Heritage Press: Salome by Oscar Wilde (1945)

Salome by Oscar Wilde (1945)
Sandglass Number 3NN
Artwork: Decorated and hand-illuminated by Valenti Angelo.
Translated from the French by Lord Alfred Douglas, and introduced by Holbrook Jackson
Heritage Press Exclusive – The LEC put out a 2-volume set for Salome in 1938 that is discussed below.

Click on the images to see full-size.

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Front Binding – I’ve gotten a new copy of this book so I’ve updated the binding to showcase what a non-faded edition looks like. Even before opening this book you can tell it’s something special. Its charming boards (this design is on both sides) make for a strong impression. Illustrator Valenti Angelo was also responsible for the design of the book.  As for how the binding was made, I’ll let Django6924 explain:

The black cloth binding was purchased by the Macy companies before WW II and had sat in warehouses until its use in Salome. It was made by Interlaken Mills in Arkwright, RI, a specialist in making cloth for book covers. Salome was issued in October, 1945.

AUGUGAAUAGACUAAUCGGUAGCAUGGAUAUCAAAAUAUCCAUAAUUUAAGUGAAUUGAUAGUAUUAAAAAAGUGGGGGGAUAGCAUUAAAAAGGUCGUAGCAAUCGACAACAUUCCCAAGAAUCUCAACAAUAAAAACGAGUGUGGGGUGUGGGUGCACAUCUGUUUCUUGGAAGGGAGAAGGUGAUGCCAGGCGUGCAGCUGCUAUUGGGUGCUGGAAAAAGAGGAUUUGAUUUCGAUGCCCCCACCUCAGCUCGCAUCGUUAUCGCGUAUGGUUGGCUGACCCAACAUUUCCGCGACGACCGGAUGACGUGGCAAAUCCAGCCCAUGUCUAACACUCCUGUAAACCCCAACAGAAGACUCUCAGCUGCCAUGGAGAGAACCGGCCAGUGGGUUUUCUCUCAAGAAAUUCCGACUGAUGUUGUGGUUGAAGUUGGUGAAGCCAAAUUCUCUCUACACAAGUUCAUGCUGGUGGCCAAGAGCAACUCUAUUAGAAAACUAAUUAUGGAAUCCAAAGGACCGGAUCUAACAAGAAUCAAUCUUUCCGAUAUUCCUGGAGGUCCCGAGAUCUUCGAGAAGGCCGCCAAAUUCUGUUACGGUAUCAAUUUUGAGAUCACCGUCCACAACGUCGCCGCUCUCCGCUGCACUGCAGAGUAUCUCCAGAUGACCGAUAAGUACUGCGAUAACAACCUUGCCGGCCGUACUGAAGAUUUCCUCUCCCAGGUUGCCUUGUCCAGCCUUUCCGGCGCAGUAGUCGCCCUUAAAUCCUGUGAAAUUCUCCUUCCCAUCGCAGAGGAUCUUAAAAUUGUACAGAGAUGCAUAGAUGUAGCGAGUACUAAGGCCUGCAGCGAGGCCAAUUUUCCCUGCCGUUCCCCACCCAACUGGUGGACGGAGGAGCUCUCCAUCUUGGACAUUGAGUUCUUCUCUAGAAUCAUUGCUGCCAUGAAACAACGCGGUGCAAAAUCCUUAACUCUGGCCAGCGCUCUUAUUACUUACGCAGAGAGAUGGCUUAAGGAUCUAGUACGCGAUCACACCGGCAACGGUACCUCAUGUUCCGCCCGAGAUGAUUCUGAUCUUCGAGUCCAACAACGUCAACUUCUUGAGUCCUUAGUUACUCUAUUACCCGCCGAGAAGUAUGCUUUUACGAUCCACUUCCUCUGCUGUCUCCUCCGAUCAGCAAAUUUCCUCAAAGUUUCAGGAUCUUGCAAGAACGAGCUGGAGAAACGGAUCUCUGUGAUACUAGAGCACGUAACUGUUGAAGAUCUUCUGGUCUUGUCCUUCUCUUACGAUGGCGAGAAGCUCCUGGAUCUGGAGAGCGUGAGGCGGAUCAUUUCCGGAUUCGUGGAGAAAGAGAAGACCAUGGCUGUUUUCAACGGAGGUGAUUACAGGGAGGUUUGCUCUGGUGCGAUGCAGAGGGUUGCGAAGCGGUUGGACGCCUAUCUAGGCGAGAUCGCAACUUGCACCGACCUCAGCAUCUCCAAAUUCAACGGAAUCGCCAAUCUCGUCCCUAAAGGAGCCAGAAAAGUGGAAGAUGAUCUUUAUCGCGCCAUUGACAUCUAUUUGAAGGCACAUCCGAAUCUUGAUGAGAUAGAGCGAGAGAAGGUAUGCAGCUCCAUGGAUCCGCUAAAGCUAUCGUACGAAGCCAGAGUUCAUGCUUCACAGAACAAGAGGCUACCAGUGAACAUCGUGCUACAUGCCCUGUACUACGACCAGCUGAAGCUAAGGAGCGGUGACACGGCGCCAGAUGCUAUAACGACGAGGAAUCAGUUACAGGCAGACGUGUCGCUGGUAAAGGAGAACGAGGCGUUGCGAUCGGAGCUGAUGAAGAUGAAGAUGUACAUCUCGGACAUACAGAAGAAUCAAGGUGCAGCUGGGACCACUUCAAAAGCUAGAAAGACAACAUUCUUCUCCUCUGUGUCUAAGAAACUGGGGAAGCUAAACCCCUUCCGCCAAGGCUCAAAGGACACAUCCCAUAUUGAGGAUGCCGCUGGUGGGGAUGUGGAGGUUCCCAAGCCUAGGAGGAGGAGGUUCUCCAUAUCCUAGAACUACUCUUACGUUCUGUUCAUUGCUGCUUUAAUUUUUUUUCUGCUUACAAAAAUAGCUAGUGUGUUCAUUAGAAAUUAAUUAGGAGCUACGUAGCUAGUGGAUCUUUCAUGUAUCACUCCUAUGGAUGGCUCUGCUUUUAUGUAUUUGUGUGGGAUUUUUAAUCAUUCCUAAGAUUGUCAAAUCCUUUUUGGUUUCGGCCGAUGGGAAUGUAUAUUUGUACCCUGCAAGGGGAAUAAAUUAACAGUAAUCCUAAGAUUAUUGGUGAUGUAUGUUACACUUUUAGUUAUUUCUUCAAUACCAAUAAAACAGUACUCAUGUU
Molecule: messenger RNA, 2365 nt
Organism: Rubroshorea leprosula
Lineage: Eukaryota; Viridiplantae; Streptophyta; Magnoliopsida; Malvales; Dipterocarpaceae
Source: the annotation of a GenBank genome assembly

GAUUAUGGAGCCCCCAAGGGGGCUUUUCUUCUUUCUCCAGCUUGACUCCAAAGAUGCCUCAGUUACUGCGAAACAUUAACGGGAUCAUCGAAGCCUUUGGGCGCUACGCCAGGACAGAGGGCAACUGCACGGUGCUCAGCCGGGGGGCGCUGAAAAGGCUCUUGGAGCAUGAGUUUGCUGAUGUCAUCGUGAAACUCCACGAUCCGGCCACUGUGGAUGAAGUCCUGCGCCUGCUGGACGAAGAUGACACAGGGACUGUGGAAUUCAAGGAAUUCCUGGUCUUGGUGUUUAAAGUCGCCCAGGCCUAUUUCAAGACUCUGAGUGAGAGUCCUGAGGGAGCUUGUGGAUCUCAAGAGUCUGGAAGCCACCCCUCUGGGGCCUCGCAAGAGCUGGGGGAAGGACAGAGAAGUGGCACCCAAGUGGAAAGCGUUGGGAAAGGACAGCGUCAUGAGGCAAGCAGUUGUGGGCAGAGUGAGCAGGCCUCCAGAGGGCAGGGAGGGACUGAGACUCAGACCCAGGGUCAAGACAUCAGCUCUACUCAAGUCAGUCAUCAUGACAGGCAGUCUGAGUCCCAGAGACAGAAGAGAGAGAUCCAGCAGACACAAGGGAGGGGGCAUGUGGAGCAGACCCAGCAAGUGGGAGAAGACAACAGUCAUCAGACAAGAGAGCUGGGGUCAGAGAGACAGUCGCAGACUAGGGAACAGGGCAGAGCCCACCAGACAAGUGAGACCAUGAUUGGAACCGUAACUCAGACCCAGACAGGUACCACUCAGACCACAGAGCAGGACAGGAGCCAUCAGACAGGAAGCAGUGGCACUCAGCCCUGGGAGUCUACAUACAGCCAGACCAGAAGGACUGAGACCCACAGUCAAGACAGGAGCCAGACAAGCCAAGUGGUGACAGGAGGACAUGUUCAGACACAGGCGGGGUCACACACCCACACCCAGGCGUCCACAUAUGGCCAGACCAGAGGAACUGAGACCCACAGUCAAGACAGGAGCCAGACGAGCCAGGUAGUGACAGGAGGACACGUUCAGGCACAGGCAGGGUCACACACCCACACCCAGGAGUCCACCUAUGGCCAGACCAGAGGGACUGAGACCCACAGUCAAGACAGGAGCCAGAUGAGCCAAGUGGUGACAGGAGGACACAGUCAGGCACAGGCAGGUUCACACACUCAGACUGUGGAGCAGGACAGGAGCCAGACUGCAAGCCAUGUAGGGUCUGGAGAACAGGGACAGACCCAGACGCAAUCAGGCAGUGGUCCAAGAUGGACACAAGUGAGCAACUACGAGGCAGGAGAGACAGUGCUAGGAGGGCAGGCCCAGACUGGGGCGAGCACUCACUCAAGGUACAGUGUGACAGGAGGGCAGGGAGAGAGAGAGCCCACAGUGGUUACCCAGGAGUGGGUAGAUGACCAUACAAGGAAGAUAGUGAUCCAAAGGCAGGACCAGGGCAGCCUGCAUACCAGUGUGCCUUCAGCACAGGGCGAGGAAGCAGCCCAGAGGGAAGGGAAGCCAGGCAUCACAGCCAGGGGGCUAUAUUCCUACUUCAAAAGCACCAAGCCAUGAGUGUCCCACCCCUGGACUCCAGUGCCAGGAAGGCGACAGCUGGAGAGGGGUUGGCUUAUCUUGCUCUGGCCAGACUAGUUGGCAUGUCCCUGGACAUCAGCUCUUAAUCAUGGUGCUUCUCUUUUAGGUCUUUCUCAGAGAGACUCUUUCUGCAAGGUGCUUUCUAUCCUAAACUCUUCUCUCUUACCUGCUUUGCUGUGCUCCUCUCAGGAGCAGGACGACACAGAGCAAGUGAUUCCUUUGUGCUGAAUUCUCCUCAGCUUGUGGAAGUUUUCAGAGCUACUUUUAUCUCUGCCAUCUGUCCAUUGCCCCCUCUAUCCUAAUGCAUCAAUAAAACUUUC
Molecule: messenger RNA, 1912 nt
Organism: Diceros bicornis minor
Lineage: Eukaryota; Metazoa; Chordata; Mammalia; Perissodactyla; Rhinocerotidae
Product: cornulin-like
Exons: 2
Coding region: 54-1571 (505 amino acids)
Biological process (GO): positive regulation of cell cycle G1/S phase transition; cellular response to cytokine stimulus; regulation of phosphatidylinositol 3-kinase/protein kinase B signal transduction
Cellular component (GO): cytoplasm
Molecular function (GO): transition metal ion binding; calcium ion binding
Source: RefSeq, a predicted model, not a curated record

Oscar Wilde seemed to be a favorite for the George Macy Company. The Ballad of Reading Gaol came first in 1937, followed by the LEC Salome. This edition for the Heritage Press followed in 1945. The Picture of Dorian Gray was released in 1957, followed by his Short Stories in 1968. Two of his plays, The Importance of Being Earnest and Lady Wintermere’s Fan, were the last, released in 1973. That covers the majority of his popular literary output.

Valenti Angelo was one of the more productive of Macy’s artists, producing eleven Limited Editions Club books and three unique Heritage Press books, which is very impressive. He was busy elsewhere, too, as I’ve seen his name attached to quite a few books outside of the Macy sphere. So far, our blog features The Sonnets of Shakespeare, A Thousand Nights and a Night, The Song of Roland, Selections from the Koran and this particular book, but there’s plenty more to come. He has a simplistic yet charming style that well suits the books he works on.